A recent trip to Turkey reminded me just how much our country’s image depends on the movies and TV shows we export.
Traveling by ferry out of Istanbul last month, I sat next to a young man -– a well-educated engineer — whose eyes lit up when he learned I was American. He hadn’t heard of Louisiana, but he knew all about Texas.
Thanks to American movies and TV shows, this man had an image of Texas as a place overrun with horses and outlaws. That, of course, isn’t the sum total of Texas, but it was for this man, whose only exposure to the state was through the images he had seen on television.
That got me thinking about the image that people around the country have of Louisiana and its people, by virtue of how we promote ourselves and by the many movies and television shows that are routinely filmed here.
The official image is produced by the Louisiana Department of Tourism, which pays millions for TV commercials featuring lovely images of bayous, jambalaya, and Cajun fiddlers.
There are others, including CMT’s “Bayou Billionaires,” A&E’s “Duck Dynasty” and “Billy the Exterminator,” and the Discovery Channel’s “Sons of Guns.” And then there’s a prison show on Animal Planet, set at Angola, called “Louisiana Lockdown.”
Too often, on some (but not all) of these shows, Louisiana citizens are portrayed as a bunch of gun-toting, toothless, tattooed swamp people who wrestle or kill alligators or eat squirrel brains for breakfast while celebrating our famously crooked politicians.
Speaking of politicians, there may soon be a show starring ex-con and former Governor Edwin Edwards and his wife, Trina.
Why all these shows? State officials say it’s partly because we’re an interesting place with year-round mild weather. But it’s also because the state awards a generous tax break to companies that make movies or TV shows here.
The official in charge of the tax credits for Louisiana Economic Development has said that less than 10 percent of the film credits have gone to the producers of these reality shows over the life of the tax credit. That may not sound like much, but last year that would be about $23 million.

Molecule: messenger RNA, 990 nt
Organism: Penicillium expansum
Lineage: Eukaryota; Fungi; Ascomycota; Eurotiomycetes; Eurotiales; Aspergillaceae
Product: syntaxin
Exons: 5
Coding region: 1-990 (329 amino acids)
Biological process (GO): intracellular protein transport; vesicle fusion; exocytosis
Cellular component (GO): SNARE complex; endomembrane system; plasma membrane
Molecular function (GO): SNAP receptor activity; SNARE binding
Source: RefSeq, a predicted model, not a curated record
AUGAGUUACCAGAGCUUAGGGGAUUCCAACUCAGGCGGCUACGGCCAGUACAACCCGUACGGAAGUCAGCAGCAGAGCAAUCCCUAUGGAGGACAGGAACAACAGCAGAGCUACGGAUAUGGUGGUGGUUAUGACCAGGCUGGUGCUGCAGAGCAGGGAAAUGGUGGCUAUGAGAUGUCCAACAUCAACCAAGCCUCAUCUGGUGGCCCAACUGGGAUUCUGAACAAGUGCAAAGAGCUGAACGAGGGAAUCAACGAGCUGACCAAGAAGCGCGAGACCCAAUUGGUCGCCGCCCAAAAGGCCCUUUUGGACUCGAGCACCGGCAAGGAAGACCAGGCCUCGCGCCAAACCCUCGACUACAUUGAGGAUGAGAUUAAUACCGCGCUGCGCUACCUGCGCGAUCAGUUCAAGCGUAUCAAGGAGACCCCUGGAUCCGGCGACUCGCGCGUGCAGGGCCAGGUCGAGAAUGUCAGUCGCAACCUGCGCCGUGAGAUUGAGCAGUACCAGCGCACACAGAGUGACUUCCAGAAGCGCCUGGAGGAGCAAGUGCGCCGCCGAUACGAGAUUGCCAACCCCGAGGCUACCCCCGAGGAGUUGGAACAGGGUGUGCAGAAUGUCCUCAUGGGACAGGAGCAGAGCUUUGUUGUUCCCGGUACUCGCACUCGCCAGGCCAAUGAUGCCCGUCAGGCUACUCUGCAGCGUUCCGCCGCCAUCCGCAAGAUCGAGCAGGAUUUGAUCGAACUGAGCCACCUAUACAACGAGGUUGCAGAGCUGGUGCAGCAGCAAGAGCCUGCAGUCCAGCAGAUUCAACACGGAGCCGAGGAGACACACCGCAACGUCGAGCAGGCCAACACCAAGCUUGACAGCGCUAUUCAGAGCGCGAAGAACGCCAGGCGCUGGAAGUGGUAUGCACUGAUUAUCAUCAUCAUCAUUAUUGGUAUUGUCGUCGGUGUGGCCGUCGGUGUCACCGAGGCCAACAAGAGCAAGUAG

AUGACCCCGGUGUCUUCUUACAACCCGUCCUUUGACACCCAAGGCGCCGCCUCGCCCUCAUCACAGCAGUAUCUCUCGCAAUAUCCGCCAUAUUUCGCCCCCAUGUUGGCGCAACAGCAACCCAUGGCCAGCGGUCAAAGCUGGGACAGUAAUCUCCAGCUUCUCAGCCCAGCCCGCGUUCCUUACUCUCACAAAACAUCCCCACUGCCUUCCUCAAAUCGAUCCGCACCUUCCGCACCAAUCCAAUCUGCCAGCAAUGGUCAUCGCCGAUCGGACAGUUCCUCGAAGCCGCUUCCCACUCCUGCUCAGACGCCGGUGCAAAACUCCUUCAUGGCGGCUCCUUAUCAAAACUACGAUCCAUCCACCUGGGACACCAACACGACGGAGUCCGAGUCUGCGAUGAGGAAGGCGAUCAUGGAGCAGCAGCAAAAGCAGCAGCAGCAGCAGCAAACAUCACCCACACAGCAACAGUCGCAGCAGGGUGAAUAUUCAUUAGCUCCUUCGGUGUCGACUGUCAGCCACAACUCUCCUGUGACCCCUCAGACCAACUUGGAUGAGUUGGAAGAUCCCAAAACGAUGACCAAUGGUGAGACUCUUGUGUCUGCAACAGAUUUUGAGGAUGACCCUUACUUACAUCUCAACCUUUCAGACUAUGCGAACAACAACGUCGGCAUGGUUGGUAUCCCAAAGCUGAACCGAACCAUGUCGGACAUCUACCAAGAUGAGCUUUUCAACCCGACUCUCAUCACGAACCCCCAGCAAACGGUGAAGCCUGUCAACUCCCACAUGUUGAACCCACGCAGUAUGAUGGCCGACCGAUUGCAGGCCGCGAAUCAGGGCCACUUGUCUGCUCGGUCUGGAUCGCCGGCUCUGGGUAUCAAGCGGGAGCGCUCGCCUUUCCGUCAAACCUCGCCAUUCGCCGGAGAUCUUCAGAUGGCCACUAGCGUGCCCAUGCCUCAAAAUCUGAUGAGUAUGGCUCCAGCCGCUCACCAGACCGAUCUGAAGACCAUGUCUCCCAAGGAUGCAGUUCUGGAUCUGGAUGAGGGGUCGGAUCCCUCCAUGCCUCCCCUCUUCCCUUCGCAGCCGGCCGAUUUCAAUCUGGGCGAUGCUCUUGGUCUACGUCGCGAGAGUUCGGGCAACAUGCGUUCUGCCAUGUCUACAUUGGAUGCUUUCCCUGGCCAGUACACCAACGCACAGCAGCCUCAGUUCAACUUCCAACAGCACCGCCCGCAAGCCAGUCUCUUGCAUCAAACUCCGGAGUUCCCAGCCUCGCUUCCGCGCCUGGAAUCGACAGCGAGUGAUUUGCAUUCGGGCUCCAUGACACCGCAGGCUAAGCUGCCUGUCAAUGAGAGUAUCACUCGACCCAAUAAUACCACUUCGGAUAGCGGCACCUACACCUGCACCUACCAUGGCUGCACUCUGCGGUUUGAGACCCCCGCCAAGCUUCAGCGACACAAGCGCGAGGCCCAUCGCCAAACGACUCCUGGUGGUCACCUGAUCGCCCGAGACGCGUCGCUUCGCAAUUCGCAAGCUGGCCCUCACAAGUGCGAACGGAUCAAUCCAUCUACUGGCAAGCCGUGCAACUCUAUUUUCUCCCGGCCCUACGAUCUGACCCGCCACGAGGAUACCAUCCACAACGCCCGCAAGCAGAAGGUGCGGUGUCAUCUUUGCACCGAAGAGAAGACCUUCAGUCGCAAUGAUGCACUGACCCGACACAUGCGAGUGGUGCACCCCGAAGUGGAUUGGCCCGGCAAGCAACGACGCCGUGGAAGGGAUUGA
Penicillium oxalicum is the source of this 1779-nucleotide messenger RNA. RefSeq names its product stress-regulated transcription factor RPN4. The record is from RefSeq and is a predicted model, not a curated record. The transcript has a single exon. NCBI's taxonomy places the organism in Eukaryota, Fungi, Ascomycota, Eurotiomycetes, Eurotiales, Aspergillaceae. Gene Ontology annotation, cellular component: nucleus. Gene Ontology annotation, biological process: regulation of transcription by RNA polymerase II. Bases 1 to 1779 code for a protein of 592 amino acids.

[Today, after this post went up, LED officials did some recalculations. Chris Stelly, executive director of Louisiana Entertainment for Louisiana Economic Development, tells me in an email: “We had a chance to do some further research on this issue and we estimate that since 2002 (inception of the motion picture incentive program), reality productions have spent around $36 million directly in the state of Louisiana. Overall, since 2002, we estimate around $3 billion in direct, in-state expenditures for all film and TV productions. Accordingly, about 1% of the total film/TV production activity in Louisiana from 2002 through the present has been due to reality programming.”]
Costly or not, Louisiana is subsidizing these reality shows. And I believe they have a big impact on our reputation.
If you doubt me, consider this: How has the show “Jersey Shore” influenced your perception of the Garden State?
New Jersey Gov. Chris Christie says it’s been harmful – so harmful that last year he cancelled more than four hundred thousand dollars in tax credits for the show.
As Gov. Bobby Jindal and state lawmakers study the return on investment of hundreds of tax credits and exemptions – a process currently underway -– they ought to give special scrutiny to Louisiana’s film tax credit.
Here’s a suggestion for them: Just as the Pentagon’s Film Liaison Office approves scripts before giving filmmakers access to military facilities, perhaps Louisiana should vet the programs we support with our tax dollars.
State government certainly shouldn’t prevent TV producers from working in the state. But we shouldn’t routinely give away millions in tax credits to producers of so-called “reality” programs that merely distort or tarnish our image.
When it comes to the tax credit for shows that make us look silly or stupid, I say, “Choot ‘em!”
- New report says Lousiana film tax credits hurting state (wwltv.com)
- Swamp People, Gators and Catahoula? (maggiemoosetracks.wordpress.com)
- ‘Swamp People’ father and son pack out the Oyster House (al.com)
- History Channel’s ‘Swamp People’ Disgusts Dominic Monaghan (ecorazzi.com)
- Report suggests major changes to Louisiana’s film industry tax credits (ktbs.com)
- Louisiana film industry booming on 10-year anniversary of tax credit (wwltv.com)